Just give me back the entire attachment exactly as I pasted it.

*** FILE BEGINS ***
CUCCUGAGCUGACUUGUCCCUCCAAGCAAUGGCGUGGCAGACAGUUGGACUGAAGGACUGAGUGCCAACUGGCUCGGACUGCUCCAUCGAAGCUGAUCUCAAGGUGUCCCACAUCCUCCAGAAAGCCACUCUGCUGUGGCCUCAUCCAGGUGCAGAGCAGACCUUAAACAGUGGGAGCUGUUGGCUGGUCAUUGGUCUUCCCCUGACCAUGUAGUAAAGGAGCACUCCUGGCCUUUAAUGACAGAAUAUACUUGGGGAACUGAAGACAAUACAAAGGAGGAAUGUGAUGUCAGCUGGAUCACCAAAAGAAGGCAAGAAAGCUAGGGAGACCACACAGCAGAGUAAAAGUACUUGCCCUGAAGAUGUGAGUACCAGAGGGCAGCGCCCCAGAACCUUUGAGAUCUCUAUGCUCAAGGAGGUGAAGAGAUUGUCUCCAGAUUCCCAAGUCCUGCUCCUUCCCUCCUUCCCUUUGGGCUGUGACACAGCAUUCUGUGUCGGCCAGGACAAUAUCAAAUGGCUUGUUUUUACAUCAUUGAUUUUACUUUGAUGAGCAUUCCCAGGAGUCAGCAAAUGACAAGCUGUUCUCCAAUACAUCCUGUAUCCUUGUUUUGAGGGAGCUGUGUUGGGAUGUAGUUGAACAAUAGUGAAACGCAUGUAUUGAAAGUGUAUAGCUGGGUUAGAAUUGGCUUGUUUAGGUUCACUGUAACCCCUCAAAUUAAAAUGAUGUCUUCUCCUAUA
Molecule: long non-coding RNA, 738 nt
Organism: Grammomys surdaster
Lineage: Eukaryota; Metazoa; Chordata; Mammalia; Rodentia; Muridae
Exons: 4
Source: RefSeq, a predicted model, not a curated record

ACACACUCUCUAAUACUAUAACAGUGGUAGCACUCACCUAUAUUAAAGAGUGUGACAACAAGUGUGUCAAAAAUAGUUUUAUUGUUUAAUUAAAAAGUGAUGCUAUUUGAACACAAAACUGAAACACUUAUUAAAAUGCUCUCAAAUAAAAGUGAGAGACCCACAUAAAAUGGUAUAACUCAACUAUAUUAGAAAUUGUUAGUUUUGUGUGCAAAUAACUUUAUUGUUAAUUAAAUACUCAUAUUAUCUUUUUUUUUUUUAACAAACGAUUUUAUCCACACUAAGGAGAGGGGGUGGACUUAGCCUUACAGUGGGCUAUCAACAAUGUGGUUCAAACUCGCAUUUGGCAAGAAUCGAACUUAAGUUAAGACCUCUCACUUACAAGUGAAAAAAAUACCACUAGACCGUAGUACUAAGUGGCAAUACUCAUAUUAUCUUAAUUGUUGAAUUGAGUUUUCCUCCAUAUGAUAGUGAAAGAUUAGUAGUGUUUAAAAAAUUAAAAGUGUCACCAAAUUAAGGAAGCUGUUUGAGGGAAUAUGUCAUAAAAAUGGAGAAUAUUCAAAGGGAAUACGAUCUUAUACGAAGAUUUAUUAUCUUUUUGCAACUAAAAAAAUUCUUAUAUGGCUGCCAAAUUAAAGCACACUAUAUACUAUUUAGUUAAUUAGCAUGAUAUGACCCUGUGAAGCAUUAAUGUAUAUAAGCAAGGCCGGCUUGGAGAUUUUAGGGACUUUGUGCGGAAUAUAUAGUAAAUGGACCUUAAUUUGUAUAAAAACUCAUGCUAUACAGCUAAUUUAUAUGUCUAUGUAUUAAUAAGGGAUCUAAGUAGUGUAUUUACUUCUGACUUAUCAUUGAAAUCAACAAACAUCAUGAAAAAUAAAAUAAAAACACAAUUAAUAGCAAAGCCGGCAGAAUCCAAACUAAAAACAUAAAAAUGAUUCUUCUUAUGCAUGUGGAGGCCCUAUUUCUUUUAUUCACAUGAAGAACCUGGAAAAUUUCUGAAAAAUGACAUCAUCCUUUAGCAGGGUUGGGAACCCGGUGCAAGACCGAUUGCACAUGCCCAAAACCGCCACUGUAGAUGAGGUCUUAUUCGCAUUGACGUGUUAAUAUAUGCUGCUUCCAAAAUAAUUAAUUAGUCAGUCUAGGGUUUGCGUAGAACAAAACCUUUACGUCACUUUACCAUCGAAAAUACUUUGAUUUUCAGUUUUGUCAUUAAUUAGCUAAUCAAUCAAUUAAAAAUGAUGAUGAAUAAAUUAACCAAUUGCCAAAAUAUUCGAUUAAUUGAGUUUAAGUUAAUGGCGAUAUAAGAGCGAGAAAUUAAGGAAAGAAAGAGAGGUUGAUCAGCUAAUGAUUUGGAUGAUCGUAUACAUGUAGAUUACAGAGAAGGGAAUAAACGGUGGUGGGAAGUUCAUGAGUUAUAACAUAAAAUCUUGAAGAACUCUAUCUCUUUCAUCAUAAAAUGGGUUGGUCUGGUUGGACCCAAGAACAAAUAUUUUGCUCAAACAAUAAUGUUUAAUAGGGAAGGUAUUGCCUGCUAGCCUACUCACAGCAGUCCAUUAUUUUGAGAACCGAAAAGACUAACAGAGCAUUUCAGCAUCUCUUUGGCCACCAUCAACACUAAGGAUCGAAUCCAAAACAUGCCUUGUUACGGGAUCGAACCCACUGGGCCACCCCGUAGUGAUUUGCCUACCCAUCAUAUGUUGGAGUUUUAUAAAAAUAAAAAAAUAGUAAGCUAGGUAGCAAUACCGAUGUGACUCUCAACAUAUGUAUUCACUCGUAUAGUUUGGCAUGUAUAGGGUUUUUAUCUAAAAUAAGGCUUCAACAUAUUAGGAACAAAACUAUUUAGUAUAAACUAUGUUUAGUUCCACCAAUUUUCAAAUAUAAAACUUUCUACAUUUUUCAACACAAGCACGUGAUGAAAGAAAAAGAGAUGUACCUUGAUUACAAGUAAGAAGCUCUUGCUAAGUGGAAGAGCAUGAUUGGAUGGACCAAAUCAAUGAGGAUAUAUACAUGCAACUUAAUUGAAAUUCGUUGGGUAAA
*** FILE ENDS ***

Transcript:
CUCCUGAGCUGACUUGUCCCUCCAAGCAAUGGCGUGGCAGACAGUUGGACUGAAGGACUGAGUGCCAACUGGCUCGGACUGCUCCAUCGAAGCUGAUCUCAAGGUGUCCCACAUCCUCCAGAAAGCCACUCUGCUGUGGCCUCAUCCAGGUGCAGAGCAGACCUUAAACAGUGGGAGCUGUUGGCUGGUCAUUGGUCUUCCCCUGACCAUGUAGUAAAGGAGCACUCCUGGCCUUUAAUGACAGAAUAUACUUGGGGAACUGAAGACAAUACAAAGGAGGAAUGUGAUGUCAGCUGGAUCACCAAAAGAAGGCAAGAAAGCUAGGGAGACCACACAGCAGAGUAAAAGUACUUGCCCUGAAGAUGUGAGUACCAGAGGGCAGCGCCCCAGAACCUUUGAGAUCUCUAUGCUCAAGGAGGUGAAGAGAUUGUCUCCAGAUUCCCAAGUCCUGCUCCUUCCCUCCUUCCCUUUGGGCUGUGACACAGCAUUCUGUGUCGGCCAGGACAAUAUCAAAUGGCUUGUUUUUACAUCAUUGAUUUUACUUUGAUGAGCAUUCCCAGGAGUCAGCAAAUGACAAGCUGUUCUCCAAUACAUCCUGUAUCCUUGUUUUGAGGGAGCUGUGUUGGGAUGUAGUUGAACAAUAGUGAAACGCAUGUAUUGAAAGUGUAUAGCUGGGUUAGAAUUGGCUUGUUUAGGUUCACUGUAACCCCUCAAAUUAAAAUGAUGUCUUCUCCUAUA
Molecule: long non-coding RNA, 738 nt
Organism: Grammomys surdaster
Lineage: Eukaryota; Metazoa; Chordata; Mammalia; Rodentia; Muridae
Exons: 4
Source: RefSeq, a predicted model, not a curated record

ACACACUCUCUAAUACUAUAACAGUGGUAGCACUCACCUAUAUUAAAGAGUGUGACAACAAGUGUGUCAAAAAUAGUUUUAUUGUUUAAUUAAAAAGUGAUGCUAUUUGAACACAAAACUGAAACACUUAUUAAAAUGCUCUCAAAUAAAAGUGAGAGACCCACAUAAAAUGGUAUAACUCAACUAUAUUAGAAAUUGUUAGUUUUGUGUGCAAAUAACUUUAUUGUUAAUUAAAUACUCAUAUUAUCUUUUUUUUUUUUAACAAACGAUUUUAUCCACACUAAGGAGAGGGGGUGGACUUAGCCUUACAGUGGGCUAUCAACAAUGUGGUUCAAACUCGCAUUUGGCAAGAAUCGAACUUAAGUUAAGACCUCUCACUUACAAGUGAAAAAAAUACCACUAGACCGUAGUACUAAGUGGCAAUACUCAUAUUAUCUUAAUUGUUGAAUUGAGUUUUCCUCCAUAUGAUAGUGAAAGAUUAGUAGUGUUUAAAAAAUUAAAAGUGUCACCAAAUUAAGGAAGCUGUUUGAGGGAAUAUGUCAUAAAAAUGGAGAAUAUUCAAAGGGAAUACGAUCUUAUACGAAGAUUUAUUAUCUUUUUGCAACUAAAAAAAUUCUUAUAUGGCUGCCAAAUUAAAGCACACUAUAUACUAUUUAGUUAAUUAGCAUGAUAUGACCCUGUGAAGCAUUAAUGUAUAUAAGCAAGGCCGGCUUGGAGAUUUUAGGGACUUUGUGCGGAAUAUAUAGUAAAUGGACCUUAAUUUGUAUAAAAACUCAUGCUAUACAGCUAAUUUAUAUGUCUAUGUAUUAAUAAGGGAUCUAAGUAGUGUAUUUACUUCUGACUUAUCAUUGAAAUCAACAAACAUCAUGAAAAAUAAAAUAAAAACACAAUUAAUAGCAAAGCCGGCAGAAUCCAAACUAAAAACAUAAAAAUGAUUCUUCUUAUGCAUGUGGAGGCCCUAUUUCUUUUAUUCACAUGAAGAACCUGGAAAAUUUCUGAAAAAUGACAUCAUCCUUUAGCAGGGUUGGGAACCCGGUGCAAGACCGAUUGCACAUGCCCAAAACCGCCACUGUAGAUGAGGUCUUAUUCGCAUUGACGUGUUAAUAUAUGCUGCUUCCAAAAUAAUUAAUUAGUCAGUCUAGGGUUUGCGUAGAACAAAACCUUUACGUCACUUUACCAUCGAAAAUACUUUGAUUUUCAGUUUUGUCAUUAAUUAGCUAAUCAAUCAAUUAAAAAUGAUGAUGAAUAAAUUAACCAAUUGCCAAAAUAUUCGAUUAAUUGAGUUUAAGUUAAUGGCGAUAUAAGAGCGAGAAAUUAAGGAAAGAAAGAGAGGUUGAUCAGCUAAUGAUUUGGAUGAUCGUAUACAUGUAGAUUACAGAGAAGGGAAUAAACGGUGGUGGGAAGUUCAUGAGUUAUAACAUAAAAUCUUGAAGAACUCUAUCUCUUUCAUCAUAAAAUGGGUUGGUCUGGUUGGACCCAAGAACAAAUAUUUUGCUCAAACAAUAAUGUUUAAUAGGGAAGGUAUUGCCUGCUAGCCUACUCACAGCAGUCCAUUAUUUUGAGAACCGAAAAGACUAACAGAGCAUUUCAGCAUCUCUUUGGCCACCAUCAACACUAAGGAUCGAAUCCAAAACAUGCCUUGUUACGGGAUCGAACCCACUGGGCCACCCCGUAGUGAUUUGCCUACCCAUCAUAUGUUGGAGUUUUAUAAAAAUAAAAAAAUAGUAAGCUAGGUAGCAAUACCGAUGUGACUCUCAACAUAUGUAUUCACUCGUAUAGUUUGGCAUGUAUAGGGUUUUUAUCUAAAAUAAGGCUUCAACAUAUUAGGAACAAAACUAUUUAGUAUAAACUAUGUUUAGUUCCACCAAUUUUCAAAUAUAAAACUUUCUACAUUUUUCAACACAAGCACGUGAUGAAAGAAAAAGAGAUGUACCUUGAUUACAAGUAAGAAGCUCUUGCUAAGUGGAAGAGCAUGAUUGGAUGGACCAAAUCAAUGAGGAUAUAUACAUGCAACUUAAUUGAAAUUCGUUGGGUAAA